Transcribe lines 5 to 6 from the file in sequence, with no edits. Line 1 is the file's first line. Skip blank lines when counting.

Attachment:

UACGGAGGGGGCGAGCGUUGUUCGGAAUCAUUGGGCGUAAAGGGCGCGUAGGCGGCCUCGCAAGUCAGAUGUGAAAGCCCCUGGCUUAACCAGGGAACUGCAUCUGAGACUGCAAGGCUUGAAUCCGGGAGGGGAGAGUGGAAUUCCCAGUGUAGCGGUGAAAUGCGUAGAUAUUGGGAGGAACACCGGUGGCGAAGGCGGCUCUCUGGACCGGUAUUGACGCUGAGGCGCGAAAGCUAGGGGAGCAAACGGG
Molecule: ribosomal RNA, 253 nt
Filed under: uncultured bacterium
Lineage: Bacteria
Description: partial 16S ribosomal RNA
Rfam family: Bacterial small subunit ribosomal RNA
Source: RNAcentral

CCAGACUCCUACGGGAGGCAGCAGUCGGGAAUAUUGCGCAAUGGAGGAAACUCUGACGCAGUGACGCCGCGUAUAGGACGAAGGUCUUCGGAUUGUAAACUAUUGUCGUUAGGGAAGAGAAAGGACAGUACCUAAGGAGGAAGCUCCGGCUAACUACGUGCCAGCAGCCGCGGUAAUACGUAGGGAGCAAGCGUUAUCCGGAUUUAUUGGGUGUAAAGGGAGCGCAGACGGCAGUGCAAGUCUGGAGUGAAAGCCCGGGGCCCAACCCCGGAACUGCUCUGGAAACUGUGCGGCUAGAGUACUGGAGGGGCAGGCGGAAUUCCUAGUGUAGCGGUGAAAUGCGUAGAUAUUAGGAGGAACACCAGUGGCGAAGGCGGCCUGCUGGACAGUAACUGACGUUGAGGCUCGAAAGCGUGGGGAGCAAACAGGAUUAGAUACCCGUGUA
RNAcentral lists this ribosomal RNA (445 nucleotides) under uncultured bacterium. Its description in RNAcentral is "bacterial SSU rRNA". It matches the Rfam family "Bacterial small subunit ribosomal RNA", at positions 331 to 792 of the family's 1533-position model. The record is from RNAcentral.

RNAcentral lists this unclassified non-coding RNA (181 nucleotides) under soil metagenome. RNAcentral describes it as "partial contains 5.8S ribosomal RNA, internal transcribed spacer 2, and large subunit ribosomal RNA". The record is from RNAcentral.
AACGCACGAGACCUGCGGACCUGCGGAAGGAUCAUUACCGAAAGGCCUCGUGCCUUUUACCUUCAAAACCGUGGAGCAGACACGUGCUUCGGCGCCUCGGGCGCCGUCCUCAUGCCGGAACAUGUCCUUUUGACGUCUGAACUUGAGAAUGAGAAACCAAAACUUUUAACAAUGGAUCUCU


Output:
Description: partial 16S ribosomal RNA
Rfam family: Bacterial small subunit ribosomal RNA